One of the biggest challenges of recruiting for DEI is the need for a quicker recruitment process. Organizations need to be deliberate and diligent in achieving these specific outcomes, which often takes time. With video-based interviewing technology, the process can achieve efficiency while simultaneously mitigating human bias. Just as important, the technology enables the vetting of candidates at a higher volume.
Pivoting Toward Process Efficiencies
COVID-19 has created a unique opportunity and demand for hiring leaders to innovate and rethink the way they hire. Moving forward, they want to automate administrative tasks — like reviewing stacks of resumes, scheduling interviews, and sharing feedback with their colleagues — so they can spend more time engaging with candidates and improving the hiring experience. In addition to trusting technology to help them streamline and simplify their own workload, 96% believe virtual interviews improve the recruitment experience for candidates.
Another area we’ll see continue to evolve on the video front is the use of on-demand video interviews in place of real-time conversations. After all, hiring managers and HR professionals spend so much time scheduling and rescheduling interviews — and on-demand interviews free up time and offer more flexibility to both the candidate and hiring team to complete the interview process on their own time. This opens up the pool of candidates even more by not limiting it to those who can interview in the middle of a Wednesday afternoon. The on-demand approach also solves many other issues that come with live, human-led interviews, such as unconscious biases, leading to a more fair and equitable process.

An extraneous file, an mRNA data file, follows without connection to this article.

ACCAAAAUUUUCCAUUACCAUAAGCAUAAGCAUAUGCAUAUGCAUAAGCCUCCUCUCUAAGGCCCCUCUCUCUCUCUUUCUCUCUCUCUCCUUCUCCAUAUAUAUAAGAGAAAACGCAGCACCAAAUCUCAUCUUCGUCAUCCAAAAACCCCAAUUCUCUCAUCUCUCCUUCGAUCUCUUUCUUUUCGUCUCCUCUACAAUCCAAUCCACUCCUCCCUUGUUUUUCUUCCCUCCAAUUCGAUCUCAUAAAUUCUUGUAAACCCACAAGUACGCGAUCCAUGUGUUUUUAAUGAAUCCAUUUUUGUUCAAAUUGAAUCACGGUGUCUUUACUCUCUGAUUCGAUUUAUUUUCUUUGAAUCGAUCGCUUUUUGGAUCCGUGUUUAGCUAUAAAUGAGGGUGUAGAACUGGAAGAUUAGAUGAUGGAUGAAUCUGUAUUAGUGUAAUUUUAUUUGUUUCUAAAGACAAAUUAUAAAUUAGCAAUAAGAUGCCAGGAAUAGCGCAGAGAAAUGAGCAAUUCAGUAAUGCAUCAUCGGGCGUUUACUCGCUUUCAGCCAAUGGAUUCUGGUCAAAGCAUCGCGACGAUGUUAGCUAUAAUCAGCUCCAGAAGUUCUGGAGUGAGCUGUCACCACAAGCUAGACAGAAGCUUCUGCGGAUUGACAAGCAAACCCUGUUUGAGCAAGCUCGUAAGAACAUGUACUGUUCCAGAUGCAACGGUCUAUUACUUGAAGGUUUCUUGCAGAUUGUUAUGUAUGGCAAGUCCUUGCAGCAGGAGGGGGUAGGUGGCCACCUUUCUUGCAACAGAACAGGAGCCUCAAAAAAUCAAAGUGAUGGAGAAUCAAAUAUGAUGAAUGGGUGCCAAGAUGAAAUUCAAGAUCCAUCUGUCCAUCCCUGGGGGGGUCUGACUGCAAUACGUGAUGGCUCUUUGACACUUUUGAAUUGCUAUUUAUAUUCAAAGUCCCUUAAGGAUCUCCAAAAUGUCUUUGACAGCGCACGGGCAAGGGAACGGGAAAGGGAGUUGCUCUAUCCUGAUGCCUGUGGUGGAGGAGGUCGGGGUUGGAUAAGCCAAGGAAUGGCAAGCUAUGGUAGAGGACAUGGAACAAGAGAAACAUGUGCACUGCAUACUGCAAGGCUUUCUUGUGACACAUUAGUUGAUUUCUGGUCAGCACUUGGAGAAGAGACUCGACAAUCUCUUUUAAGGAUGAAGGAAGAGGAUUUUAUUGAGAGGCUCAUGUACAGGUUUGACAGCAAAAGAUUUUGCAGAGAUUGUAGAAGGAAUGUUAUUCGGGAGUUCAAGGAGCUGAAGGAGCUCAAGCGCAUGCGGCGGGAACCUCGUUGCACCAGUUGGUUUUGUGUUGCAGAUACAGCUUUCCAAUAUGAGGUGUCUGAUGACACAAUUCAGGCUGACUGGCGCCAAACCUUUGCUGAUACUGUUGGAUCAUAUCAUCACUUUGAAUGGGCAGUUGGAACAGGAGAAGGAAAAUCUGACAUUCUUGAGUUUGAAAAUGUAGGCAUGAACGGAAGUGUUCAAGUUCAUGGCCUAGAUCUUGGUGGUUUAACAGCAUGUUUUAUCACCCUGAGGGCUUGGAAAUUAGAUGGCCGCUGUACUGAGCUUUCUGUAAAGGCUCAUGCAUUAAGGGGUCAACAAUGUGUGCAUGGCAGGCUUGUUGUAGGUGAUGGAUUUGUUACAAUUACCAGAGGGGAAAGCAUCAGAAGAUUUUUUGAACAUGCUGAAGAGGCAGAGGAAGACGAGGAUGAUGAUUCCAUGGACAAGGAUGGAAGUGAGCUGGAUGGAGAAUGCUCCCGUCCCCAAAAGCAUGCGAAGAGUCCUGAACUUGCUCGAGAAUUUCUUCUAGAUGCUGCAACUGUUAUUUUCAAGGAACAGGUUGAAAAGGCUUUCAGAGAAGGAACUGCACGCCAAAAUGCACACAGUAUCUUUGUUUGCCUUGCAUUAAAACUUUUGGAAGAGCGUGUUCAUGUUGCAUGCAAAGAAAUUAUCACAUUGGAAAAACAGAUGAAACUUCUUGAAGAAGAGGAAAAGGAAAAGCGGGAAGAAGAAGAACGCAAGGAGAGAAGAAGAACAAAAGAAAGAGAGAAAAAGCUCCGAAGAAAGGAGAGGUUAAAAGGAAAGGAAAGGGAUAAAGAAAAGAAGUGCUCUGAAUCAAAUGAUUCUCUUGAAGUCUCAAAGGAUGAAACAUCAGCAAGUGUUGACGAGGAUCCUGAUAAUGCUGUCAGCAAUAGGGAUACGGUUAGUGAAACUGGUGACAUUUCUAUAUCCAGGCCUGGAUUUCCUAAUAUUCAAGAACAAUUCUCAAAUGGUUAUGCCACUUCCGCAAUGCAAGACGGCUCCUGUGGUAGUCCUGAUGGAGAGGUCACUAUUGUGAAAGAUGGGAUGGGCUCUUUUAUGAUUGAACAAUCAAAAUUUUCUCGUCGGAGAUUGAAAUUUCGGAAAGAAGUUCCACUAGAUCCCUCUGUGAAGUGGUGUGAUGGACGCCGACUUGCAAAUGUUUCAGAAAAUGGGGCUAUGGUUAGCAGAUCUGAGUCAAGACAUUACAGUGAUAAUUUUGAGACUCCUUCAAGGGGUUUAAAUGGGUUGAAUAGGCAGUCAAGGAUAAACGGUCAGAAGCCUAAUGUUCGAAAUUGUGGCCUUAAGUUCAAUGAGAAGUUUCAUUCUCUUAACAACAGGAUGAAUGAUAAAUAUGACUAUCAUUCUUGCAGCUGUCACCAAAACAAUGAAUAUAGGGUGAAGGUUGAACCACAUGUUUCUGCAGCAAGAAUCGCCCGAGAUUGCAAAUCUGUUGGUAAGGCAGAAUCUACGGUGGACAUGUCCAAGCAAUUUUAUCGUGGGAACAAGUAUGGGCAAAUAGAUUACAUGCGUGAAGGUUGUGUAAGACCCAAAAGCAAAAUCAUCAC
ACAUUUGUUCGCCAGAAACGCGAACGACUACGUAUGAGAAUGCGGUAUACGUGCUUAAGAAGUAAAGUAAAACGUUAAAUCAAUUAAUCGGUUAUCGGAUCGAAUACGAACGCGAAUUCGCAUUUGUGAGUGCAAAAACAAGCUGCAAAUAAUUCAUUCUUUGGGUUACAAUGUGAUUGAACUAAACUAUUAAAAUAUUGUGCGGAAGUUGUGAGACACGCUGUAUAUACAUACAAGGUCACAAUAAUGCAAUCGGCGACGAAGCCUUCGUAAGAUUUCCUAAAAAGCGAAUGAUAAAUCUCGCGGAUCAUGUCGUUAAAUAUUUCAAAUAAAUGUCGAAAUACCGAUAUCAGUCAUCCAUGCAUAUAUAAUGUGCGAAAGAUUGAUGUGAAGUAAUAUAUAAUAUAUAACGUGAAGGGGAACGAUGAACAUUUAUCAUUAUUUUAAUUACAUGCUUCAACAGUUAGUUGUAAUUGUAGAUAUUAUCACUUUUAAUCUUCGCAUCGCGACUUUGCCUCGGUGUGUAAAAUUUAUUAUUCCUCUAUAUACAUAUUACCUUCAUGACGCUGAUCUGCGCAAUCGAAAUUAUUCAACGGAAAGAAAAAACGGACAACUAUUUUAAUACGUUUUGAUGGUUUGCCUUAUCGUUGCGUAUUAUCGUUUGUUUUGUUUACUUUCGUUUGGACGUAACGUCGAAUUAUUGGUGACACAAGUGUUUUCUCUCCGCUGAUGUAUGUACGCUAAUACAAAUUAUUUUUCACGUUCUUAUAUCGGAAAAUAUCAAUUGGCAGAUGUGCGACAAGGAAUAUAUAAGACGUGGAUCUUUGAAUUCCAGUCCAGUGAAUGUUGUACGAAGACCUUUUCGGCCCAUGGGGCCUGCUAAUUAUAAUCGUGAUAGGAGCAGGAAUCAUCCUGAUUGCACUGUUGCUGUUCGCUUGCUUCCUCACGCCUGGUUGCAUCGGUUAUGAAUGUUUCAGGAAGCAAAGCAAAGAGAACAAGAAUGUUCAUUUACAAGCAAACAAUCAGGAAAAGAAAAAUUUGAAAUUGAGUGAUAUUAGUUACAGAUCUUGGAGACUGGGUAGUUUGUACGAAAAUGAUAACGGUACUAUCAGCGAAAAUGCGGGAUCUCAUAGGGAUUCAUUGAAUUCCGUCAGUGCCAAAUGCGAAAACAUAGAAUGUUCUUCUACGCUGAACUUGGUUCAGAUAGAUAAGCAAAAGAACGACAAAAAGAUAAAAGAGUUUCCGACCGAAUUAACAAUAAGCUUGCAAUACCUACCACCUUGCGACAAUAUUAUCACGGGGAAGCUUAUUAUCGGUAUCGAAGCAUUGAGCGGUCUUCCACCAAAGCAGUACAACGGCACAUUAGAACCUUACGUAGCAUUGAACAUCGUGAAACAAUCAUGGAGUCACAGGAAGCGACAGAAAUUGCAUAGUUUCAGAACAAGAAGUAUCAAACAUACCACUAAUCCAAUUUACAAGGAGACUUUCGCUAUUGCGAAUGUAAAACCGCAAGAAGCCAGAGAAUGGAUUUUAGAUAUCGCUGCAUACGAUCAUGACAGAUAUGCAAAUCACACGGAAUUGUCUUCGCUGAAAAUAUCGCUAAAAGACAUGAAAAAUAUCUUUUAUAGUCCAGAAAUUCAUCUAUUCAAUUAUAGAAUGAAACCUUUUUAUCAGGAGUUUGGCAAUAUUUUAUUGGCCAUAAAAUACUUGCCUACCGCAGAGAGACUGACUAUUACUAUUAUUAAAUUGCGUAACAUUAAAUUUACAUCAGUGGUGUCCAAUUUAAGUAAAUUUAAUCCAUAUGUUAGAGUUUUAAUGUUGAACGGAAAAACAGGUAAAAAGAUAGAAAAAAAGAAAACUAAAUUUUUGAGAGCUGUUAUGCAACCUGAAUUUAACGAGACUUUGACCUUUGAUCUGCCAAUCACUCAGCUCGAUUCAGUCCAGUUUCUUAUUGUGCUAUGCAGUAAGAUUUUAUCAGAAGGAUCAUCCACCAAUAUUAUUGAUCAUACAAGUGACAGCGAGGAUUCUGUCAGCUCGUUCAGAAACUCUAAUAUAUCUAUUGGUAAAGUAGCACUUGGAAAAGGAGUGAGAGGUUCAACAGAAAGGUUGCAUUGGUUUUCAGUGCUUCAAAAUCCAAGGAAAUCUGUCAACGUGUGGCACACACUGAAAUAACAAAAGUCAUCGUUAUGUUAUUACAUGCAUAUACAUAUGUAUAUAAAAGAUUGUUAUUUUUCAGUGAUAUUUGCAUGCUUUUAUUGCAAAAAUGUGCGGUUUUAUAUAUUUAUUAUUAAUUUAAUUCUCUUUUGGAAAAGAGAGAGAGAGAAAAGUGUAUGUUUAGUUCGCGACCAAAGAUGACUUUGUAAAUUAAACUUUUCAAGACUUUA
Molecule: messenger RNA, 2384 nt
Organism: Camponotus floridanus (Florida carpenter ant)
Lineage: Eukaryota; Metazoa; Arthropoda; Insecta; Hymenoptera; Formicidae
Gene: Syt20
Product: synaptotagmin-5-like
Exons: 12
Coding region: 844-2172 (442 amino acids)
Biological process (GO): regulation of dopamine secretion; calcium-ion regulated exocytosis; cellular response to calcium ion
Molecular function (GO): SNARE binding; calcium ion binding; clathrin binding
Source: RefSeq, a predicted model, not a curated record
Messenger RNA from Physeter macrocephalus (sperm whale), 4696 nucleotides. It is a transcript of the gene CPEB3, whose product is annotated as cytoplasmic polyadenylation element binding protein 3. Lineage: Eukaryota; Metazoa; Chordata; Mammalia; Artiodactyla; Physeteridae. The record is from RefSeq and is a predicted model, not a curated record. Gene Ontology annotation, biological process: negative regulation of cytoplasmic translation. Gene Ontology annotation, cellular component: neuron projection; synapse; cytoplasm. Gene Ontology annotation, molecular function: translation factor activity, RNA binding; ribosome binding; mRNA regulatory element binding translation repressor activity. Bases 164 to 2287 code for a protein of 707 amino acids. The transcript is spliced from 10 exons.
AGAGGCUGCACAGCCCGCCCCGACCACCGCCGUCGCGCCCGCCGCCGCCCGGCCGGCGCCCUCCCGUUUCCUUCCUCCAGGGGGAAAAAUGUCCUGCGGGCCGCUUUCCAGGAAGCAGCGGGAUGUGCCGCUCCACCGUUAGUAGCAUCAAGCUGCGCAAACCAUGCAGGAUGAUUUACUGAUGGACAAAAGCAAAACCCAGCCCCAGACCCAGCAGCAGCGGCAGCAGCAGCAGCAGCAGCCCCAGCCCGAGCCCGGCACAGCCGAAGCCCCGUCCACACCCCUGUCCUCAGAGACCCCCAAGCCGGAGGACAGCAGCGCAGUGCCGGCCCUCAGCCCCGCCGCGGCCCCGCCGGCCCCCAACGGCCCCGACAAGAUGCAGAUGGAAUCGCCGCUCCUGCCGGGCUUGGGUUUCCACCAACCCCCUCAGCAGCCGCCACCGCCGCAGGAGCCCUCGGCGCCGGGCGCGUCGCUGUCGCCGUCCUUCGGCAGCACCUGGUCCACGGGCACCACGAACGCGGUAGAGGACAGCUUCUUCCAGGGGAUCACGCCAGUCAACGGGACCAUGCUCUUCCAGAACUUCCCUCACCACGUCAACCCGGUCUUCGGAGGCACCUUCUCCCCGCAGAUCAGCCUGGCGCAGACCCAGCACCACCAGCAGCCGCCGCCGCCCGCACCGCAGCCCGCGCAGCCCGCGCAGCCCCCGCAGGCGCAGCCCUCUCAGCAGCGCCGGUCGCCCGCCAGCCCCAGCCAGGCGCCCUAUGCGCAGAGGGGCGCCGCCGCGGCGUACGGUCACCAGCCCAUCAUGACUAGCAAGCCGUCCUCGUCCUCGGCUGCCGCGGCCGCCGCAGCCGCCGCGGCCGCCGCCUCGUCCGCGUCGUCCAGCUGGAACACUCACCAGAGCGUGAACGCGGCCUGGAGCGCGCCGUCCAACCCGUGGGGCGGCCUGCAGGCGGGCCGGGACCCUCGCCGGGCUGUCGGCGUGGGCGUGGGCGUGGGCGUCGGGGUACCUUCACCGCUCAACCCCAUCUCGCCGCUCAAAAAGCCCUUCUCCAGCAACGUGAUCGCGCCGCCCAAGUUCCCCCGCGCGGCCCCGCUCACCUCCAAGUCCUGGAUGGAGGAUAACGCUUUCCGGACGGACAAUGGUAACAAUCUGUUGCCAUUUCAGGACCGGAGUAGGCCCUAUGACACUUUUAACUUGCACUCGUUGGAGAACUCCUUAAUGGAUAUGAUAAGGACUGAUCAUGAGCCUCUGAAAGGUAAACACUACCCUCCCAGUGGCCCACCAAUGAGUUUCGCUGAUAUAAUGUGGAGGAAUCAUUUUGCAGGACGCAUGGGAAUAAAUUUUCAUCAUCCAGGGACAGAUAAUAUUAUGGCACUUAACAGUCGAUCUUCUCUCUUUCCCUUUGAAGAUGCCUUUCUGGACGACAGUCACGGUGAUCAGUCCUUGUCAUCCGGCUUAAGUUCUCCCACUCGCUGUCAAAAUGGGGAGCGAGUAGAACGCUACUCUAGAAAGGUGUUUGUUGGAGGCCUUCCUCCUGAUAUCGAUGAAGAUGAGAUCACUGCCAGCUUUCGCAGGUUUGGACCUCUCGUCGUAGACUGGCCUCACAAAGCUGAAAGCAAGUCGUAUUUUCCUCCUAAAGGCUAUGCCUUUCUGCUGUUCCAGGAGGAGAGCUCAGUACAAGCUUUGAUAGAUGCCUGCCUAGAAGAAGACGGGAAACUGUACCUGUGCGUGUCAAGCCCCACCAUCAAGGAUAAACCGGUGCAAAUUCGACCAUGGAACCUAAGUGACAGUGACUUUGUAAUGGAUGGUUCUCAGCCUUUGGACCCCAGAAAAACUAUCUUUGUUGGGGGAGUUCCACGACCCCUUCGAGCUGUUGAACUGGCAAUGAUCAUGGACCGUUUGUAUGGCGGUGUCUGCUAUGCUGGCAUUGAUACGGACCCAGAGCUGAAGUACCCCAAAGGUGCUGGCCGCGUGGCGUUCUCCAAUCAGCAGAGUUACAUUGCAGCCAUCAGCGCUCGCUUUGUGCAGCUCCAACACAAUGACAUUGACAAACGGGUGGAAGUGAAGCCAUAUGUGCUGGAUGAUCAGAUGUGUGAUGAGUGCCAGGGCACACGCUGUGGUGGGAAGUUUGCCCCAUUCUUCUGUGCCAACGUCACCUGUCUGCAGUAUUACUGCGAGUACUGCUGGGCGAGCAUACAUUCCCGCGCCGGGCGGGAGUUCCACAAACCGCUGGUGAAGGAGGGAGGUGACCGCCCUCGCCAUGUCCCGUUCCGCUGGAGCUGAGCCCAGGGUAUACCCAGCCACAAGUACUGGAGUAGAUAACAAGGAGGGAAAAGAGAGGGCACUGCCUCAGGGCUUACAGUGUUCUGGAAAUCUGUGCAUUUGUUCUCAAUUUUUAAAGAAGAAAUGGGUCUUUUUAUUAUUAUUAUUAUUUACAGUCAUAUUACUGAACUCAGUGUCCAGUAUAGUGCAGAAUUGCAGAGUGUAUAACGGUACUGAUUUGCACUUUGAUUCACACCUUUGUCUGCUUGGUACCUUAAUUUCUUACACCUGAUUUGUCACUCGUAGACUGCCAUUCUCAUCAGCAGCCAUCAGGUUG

The role of hiring leaders as strategic business partners was front and center in 2020. During that time, the business case for implementing technology that enables greater focus on candidate engagement instead of rote tasks practically wrote itself. Like many other hiring leaders, I believe the future holds less of a return to normal. Instead, I see an opportunity to make business operations more tech-driven, inclusive, and efficient than ever.